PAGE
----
DNA confirms what′s on the label is in the box | Science| In-depth reporting on science and technology | DW | 15.02.2013
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DNA confirms what's on the label is in the box

DNA tests can determine what kind of animal meat is in your sandwich or frozen dinner. The process is relatively quick and simple, and the technology for it is already present in many laboratories.

Food samples regularly undergo testing in Germany - and not just when food scandals dominate the headlines. For Claudia Brünen-Nieweler, a microbiologist with a regional animal research agency in Germany, testing different kinds of meat is a daily routine. "We test about 600 samples each year," she said of her agency.

The process starts with the food monitoring officials bringing various meat products from the supermarket to their laboratory - items like sausages, and frozen meals - including lasagna Bolognese, the focus of the most recent tainted food scandal that started in the United Kingdom.

Brünen-Nieweler determines whether the type of meat in the food actually reflects what is listed on the package. In order to do that, first the laboratory workers have to separate out the meat from the rest of the food, Brünen-Nieweler explained. This involves removing the sauce from the lasagna and running it through a sieve with water until only pieces of meat remain.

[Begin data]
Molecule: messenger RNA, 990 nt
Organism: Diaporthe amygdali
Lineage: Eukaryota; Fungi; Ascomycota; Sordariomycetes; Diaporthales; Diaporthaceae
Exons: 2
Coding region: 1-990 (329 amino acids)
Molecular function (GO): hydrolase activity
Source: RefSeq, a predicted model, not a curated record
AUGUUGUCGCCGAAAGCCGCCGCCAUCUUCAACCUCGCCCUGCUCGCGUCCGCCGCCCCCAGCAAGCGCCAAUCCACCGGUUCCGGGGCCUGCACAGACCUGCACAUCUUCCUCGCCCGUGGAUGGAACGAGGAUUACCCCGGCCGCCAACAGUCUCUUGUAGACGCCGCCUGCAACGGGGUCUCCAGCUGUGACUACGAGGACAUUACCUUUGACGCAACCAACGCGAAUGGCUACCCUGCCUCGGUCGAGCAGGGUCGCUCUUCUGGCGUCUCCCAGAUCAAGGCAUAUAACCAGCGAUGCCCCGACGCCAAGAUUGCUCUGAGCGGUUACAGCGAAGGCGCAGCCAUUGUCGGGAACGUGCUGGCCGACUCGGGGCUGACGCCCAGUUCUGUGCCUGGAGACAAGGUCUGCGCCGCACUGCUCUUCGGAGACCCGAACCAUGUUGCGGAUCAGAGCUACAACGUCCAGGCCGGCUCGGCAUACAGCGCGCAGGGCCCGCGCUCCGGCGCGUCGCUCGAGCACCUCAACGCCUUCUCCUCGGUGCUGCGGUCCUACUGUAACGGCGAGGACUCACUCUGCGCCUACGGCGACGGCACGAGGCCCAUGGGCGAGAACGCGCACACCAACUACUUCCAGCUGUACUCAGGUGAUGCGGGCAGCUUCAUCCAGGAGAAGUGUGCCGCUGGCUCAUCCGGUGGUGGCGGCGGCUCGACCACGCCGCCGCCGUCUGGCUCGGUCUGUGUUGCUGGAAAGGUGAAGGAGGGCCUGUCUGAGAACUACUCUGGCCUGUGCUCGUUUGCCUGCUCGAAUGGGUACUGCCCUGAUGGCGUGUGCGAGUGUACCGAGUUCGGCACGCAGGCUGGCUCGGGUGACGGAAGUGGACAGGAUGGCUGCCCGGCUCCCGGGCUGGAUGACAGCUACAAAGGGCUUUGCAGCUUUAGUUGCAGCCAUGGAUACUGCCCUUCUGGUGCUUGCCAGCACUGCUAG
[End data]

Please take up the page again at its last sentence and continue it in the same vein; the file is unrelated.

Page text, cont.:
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Some frozen lasagna in Germany has been found to contain horsemeat

The meat is then pureed and mixed with special enzymes and chemicals that break down the cell walls. DNA is found in the cell nucleus, and can only be extracted through this elaborate procedure.

The scientists obtain a tiny amount of genetic material, which is used in the next part of the process: the polymerase chain reaction. This technical process generates many copies of the subject DNA sequence, allowing for definitive identification on what kind of animal the meat came from.

This process is also used in paternity tests as well as murder trials. The suspect's DNA, found at the scene of a crime or on a corpse is replicated and compared with a known sample.

Brünen-Nieweler said the replication process takes about two hours. After that, it's clear whether the meat in question is pork, beef, goat, sheep - or horse. Using the polymerase chain reaction process, it's possible for a laboratory to exactly determine whether lasagna Bolognese contains beef, as it should, or rather some other kind of meat. But the test doesn't prove how much - "we can only say, a lot or a little," Brünen-Nieweler added.

The method also works for other animal products, such as milk, cheese or yoghurt. Each test takes about two days to complete, and costs about 140 euros ($187).

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